Our results suggest that MASLD-associated diseases are associated with VD, but not with other types of dementia (including AD, DLB and FTD). This may be because the association between MASLD and dementia is primarily mediated by vascular lesions. In fact, metabolic disorders in MASLD patients can lead to a variety of vascular damage, such as atherosclerosis, vascular endothelial dysfunction, reduced blood flow [38]. The clinical manifestations of various vascular diseases (stroke, coronary heart disease, hypertension, etc.) are also closely related to MASLD [39]. In addition, there is evidence that patients with MASLD have decreased middle cerebral artery blood flow, and long-term cerebral hypoperfusion can induce microvascular lesions and accelerate the occurrence of cognitive decline and dementia [40]. Besides, a study has shown that biomarkers of fibrosis are better predictors of dementia risk than traditional cardiometabolic risk factors [35]. In severe hepatic steatosis or fibrosis, the systemic chronic inflammatory state caused by adipokine dysfunction may be one of the main causes of dementia [41]. Previous studies have shown that inflammation can significantly accelerate cognitive decline [42, 43].

To the best of our knowledge, this is the first study to explore the causal relationship between genetically predicted MASLD and global cognitive performance and dementia risk using the two-sample MR analysis. The main advantage of this study is that the MR design can effectively simulate the randomized controlled trial and minimize the influence of confounding bias, because the SNPs used as IVs in the study are randomly assigned to the offspring. At the same time, MR studies can avoid the possible reverse causality in observational studies. Given the high prevalence of MASLD in the population and the significant disease burden from cognitive impairment and dementia, our findings may have implications for primary care policy making to the extent that enhanced screening for VD in patients with genetically determined MASLD may be useful.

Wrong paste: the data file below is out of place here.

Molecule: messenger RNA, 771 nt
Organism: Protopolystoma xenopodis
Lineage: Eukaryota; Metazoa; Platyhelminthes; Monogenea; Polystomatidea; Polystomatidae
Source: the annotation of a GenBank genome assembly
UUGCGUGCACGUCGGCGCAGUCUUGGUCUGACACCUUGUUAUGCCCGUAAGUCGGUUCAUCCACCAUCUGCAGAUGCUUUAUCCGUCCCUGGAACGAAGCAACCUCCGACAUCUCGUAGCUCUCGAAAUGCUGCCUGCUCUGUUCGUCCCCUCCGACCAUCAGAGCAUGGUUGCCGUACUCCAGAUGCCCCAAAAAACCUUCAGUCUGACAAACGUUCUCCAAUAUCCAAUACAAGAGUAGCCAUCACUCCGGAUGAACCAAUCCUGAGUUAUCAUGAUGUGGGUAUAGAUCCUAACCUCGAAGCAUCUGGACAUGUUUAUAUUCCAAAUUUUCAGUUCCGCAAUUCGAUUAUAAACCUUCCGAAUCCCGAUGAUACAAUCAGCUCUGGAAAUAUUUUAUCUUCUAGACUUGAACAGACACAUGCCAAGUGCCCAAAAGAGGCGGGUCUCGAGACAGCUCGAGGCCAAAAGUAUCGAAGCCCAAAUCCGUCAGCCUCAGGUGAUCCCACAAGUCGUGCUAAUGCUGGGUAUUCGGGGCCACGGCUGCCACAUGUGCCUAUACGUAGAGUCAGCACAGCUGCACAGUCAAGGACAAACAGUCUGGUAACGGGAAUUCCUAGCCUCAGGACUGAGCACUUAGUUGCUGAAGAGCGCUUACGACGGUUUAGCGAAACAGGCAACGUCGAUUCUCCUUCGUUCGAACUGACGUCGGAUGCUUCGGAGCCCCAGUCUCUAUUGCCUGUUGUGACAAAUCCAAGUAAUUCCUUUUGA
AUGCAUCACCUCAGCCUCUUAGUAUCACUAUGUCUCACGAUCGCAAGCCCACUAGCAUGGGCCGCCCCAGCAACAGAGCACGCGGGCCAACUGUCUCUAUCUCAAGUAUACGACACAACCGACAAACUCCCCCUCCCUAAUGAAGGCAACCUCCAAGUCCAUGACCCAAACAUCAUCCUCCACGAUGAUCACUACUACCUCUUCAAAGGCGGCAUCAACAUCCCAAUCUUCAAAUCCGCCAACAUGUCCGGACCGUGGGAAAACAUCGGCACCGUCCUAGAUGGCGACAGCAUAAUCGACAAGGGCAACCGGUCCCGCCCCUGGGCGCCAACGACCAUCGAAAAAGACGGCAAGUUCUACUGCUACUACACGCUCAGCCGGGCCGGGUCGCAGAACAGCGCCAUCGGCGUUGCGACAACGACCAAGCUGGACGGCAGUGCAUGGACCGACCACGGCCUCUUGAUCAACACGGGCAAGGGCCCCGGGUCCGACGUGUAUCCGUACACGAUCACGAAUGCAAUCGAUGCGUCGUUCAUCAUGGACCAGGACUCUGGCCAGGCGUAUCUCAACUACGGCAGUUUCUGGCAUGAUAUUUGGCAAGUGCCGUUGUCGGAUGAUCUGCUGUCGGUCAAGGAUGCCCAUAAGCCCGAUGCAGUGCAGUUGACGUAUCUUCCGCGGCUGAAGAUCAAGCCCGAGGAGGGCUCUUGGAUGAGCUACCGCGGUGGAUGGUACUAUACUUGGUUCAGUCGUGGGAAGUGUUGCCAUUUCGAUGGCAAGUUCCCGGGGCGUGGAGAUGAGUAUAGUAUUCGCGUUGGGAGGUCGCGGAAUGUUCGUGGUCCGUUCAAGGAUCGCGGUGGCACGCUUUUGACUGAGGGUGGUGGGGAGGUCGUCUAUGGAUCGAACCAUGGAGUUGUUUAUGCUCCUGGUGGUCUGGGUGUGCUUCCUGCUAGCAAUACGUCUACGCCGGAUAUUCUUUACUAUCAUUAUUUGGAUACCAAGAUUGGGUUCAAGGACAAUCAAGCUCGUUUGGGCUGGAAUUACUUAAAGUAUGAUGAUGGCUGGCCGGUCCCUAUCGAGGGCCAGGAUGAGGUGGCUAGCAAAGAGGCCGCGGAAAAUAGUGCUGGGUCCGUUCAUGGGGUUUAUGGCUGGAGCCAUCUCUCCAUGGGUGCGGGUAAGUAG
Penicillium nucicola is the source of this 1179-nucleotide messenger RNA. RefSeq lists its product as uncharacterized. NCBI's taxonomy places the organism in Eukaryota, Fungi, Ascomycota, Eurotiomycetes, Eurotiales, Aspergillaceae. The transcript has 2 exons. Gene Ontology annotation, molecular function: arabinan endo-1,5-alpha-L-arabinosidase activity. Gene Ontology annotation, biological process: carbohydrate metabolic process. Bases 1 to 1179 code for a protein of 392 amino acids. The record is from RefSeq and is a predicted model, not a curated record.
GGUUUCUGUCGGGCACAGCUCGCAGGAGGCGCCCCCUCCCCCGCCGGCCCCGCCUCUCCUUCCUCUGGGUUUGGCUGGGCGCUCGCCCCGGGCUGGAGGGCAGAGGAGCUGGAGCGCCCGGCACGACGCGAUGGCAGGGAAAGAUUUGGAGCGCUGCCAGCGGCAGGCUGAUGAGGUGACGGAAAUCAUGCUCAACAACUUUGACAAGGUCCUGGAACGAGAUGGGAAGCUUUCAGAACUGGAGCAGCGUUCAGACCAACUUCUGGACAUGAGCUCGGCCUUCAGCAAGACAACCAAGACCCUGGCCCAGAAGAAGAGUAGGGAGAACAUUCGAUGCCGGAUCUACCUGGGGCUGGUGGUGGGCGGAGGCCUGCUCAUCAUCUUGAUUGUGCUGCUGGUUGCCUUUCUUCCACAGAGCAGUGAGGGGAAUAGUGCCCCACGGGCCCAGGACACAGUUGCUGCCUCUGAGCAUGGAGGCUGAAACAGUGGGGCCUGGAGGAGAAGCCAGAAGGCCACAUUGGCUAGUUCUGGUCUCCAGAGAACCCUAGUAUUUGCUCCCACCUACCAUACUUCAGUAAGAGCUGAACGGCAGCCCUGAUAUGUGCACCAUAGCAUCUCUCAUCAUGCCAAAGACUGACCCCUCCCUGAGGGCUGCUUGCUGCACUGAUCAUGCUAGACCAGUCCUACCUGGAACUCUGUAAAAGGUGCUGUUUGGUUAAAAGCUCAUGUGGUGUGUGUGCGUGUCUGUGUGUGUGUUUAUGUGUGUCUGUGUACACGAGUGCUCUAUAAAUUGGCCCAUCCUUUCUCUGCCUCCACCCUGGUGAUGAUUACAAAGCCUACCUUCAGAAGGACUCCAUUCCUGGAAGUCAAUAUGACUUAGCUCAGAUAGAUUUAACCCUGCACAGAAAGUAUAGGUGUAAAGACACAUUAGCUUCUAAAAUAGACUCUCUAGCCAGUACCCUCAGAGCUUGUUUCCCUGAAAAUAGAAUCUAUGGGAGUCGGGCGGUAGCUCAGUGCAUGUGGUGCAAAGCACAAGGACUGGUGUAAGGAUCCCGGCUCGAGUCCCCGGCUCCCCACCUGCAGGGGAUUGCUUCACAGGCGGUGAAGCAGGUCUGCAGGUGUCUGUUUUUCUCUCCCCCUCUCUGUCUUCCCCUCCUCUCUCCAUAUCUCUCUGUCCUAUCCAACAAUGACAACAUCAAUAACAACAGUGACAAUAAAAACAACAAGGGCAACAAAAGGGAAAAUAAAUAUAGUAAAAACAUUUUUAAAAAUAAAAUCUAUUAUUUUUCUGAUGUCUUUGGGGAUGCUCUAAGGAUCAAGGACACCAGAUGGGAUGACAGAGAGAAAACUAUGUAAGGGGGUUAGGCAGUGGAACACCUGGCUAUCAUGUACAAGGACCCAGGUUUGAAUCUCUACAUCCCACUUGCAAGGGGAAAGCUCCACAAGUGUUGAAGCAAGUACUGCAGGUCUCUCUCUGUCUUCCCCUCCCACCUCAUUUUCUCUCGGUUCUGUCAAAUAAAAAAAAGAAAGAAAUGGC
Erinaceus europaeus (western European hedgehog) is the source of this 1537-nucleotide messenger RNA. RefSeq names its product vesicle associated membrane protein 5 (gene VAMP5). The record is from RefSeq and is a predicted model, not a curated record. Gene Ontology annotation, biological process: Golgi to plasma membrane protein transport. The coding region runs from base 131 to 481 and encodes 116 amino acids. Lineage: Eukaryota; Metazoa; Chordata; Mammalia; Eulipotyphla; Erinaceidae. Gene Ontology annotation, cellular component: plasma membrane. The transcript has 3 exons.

However, there are some limitations to this study. First, the cALT we used is not a perfect biomarker for MASLD [44], and therefore some MASLD susceptibility genes unrelated to cALT may be missed. But we also used imaging-based and biopsy-proven MASLD-associated SNPs as IVs, which also ensured the reliability of the current study method. Second, due to the limitations of the summary-level dataset, we were unable to further analyze the causal relationship between MASLD-related diseases and function in different cognitive domains.

5 Conclusions

This two-sample MR analysis suggests that genetically predicted MASLD and liver fibrosis and cirrhosis may increase the VD risk. Anyway, more prospective studies are needed to prove this link in the future.

Supporting information

S1 File. Leave-one-out analysis for MASLD-related diseases and cognitive performance and dementia.

https://doi.org/10.1371/journal.pone.0297883.s001

(PDF)

S2 File. Description of outcome data and construction of instrumental variables.

https://doi.org/10.1371/journal.pone.0297883.s002

(XLSX)

Acknowledgments

We would like to thank the SSGAC, PGC, Finngen, and IEU OpenGWAS project that provided the GWAS data for our MR analyses.